This research analysed historical sources, written between the fifteenth and eighteenth centuries in different contexts and for different audiences, to trace the diversity of wild and cultivated plants in the IP. The information was systematised in a table, associating vernacular names with scientific names, which enabled us to compare the different sources. In some cases, it was possible to associate particular plant species with specific places or regions, suggesting changes in agricultural crops over time.

Transdisciplinarity and the inclusion of different sources of knowledge, academic and nonacademic, are fundamental in order to have a comprehensive view of ecosystems and to effectively and successfully implement biodiversity conservation management plans. This paper highlights the importance of extending the concept of transdisciplinarity to historical sources. Their variety, linked to different perspectives of resource use and exploitation, allows for a broader perception of plant species of the past by grasping ancient local knowledge: what, when, where, and how particular seeds, crops, plants, and varieties were cultivated or consumed. It is fundamental to bring history to ecological assessments, gathering historians, biologists, and local communities. Besides, to acknowledge the past, a wide and transdisciplinary set of sources should be considered. Each type of source embraces particular plant species. Collectively, different sources give an in-depth and broader picture of past landscapes.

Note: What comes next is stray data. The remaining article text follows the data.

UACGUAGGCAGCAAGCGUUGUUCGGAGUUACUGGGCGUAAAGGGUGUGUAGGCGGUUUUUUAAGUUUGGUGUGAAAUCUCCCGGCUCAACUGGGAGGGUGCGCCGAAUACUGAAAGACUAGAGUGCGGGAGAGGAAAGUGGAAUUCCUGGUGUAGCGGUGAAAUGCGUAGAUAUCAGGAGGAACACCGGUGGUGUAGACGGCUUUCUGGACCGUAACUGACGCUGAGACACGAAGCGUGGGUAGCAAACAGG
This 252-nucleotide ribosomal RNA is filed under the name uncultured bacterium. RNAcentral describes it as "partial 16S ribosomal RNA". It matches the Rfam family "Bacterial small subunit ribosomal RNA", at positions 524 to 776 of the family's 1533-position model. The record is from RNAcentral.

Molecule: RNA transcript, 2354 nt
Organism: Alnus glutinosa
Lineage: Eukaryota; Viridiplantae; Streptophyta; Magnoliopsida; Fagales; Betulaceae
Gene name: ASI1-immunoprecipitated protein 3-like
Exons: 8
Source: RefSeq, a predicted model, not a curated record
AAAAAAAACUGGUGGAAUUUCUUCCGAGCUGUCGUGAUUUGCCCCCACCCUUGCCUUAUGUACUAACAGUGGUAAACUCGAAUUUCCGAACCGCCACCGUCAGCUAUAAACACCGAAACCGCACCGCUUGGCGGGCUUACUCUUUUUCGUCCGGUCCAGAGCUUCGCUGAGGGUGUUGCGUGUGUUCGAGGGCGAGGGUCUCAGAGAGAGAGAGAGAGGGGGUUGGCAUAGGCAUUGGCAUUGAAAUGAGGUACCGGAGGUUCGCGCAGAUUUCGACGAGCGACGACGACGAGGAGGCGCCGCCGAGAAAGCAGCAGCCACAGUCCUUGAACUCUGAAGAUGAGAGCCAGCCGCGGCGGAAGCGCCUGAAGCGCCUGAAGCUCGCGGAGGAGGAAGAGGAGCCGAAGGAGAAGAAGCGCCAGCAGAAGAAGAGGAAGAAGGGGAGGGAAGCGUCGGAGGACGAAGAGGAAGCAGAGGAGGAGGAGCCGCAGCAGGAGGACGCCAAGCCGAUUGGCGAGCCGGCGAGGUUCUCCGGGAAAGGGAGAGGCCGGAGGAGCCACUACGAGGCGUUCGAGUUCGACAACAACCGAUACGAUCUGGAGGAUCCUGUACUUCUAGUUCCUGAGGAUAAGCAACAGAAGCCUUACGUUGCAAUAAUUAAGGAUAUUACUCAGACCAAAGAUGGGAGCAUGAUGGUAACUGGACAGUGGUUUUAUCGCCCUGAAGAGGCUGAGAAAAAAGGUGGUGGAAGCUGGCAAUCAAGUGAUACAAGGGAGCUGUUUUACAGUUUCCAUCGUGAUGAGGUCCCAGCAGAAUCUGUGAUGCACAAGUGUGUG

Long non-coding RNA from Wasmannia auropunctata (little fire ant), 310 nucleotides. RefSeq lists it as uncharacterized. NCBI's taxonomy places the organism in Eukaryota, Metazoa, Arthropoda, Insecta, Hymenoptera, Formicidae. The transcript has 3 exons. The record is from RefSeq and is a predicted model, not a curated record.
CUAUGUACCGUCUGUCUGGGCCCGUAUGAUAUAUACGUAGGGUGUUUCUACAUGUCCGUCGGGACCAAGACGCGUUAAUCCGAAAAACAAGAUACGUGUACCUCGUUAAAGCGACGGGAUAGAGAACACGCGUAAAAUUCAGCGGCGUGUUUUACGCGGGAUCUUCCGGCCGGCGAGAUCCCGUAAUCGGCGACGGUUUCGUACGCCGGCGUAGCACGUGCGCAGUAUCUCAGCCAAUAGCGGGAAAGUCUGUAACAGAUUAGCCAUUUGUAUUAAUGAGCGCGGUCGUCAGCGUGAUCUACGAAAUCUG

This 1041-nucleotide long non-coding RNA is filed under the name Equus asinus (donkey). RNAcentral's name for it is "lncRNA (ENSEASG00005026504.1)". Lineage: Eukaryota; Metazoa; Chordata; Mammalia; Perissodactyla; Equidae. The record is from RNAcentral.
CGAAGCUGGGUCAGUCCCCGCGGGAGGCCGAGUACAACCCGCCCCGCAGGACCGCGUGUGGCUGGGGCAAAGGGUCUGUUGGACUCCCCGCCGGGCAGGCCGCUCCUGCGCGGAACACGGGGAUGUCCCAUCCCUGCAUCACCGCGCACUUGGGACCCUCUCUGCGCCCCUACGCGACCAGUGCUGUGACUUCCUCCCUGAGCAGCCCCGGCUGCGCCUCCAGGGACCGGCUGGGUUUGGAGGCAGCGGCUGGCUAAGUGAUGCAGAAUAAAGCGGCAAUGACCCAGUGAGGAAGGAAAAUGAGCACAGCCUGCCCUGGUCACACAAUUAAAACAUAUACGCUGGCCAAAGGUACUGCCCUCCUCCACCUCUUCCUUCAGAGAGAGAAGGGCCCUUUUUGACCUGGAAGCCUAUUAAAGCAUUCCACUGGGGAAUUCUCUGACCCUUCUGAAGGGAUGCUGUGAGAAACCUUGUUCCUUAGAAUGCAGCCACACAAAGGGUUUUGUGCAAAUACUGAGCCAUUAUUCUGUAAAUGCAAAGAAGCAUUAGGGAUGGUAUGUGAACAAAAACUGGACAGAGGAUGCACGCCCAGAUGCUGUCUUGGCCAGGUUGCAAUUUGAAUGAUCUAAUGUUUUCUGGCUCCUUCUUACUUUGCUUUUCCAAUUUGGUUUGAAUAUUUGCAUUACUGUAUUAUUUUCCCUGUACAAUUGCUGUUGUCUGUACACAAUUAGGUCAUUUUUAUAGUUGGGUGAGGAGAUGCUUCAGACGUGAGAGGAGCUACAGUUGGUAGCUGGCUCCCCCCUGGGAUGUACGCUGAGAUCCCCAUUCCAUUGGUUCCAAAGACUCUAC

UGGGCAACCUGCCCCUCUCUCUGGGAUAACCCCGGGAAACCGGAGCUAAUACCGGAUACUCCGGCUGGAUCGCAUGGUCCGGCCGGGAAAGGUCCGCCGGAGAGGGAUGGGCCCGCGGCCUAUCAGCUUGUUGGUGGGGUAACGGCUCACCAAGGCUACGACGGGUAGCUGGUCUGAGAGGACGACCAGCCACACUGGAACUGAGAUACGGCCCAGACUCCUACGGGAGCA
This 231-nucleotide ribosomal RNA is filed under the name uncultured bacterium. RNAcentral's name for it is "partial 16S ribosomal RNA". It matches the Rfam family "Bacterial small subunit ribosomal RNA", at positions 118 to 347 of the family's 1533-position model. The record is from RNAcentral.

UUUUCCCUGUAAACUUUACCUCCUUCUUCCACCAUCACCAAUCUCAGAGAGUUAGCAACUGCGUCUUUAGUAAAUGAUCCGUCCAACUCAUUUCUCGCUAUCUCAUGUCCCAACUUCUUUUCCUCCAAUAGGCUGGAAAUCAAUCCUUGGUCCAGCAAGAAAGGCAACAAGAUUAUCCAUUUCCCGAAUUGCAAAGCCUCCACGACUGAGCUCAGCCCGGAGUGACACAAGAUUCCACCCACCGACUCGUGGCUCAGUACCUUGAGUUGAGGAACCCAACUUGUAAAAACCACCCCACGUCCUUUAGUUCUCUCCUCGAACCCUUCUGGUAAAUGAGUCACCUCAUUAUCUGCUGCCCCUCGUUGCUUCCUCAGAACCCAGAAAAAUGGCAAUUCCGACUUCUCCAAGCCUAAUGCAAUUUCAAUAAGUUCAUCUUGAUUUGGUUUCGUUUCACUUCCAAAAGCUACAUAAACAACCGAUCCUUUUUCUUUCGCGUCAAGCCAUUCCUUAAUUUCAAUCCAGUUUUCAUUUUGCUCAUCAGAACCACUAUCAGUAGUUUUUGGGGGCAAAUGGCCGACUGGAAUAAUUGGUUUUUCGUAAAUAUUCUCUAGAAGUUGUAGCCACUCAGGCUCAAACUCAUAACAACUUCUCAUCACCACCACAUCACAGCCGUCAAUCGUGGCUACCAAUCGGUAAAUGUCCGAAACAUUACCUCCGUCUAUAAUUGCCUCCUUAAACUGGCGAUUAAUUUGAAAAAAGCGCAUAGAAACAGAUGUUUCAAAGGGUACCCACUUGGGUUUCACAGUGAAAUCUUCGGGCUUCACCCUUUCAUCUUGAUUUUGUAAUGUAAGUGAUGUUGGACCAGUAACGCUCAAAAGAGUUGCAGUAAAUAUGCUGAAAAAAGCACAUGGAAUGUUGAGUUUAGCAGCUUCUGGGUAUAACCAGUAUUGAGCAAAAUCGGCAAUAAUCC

Once more, it is important to note that this is a preliminary study that assesses the kind of information that may be gathered when analysing written sources. The data gathered allows for the development of new research inquiries, i.e., the sources induce new questions that will allow for a better understanding of ecosystem dynamics. In other words, the historical data provide a basis for further research, namely, analysing the causes of current changes and challenges.

The approach proposed in this paper will need to be expanded since only with a large amount of historical data will it be possible to assess trends and changes in species composition. Further research will help build a vision of the changing geography of historical agrobiodiversity in the IP; reveal the associations between plant species and their phenotypes with environmental and social conditions; and provide a better understanding of the links between vernacular and scientific names, essential for the extensive integration of different kinds of historical sources into global biodiversity datasets.

Despite the limitations of the sources, which should not invalidate but rather bind the use of historical data, and although there is still much data collection work to be done, alongside linguistic, archaeobotanical, and genetic approaches, projects like ReSEED may provide a better comprehension of the past of edible seeds and plants, their diversity, and distribution in regional landscapes.

In the words of De Vos 2017, 232) , who was involved in compiling the Nahua pharmacopoeia, ‘does this [difficulties] mean that we need to give up these investigations, (…)? (…). Just because we may not have access to perfect understanding (…) does not mean that what we find is not valuable. (…) We may not be able to know everything about [what was cultivated in the past], but we can know something about it’.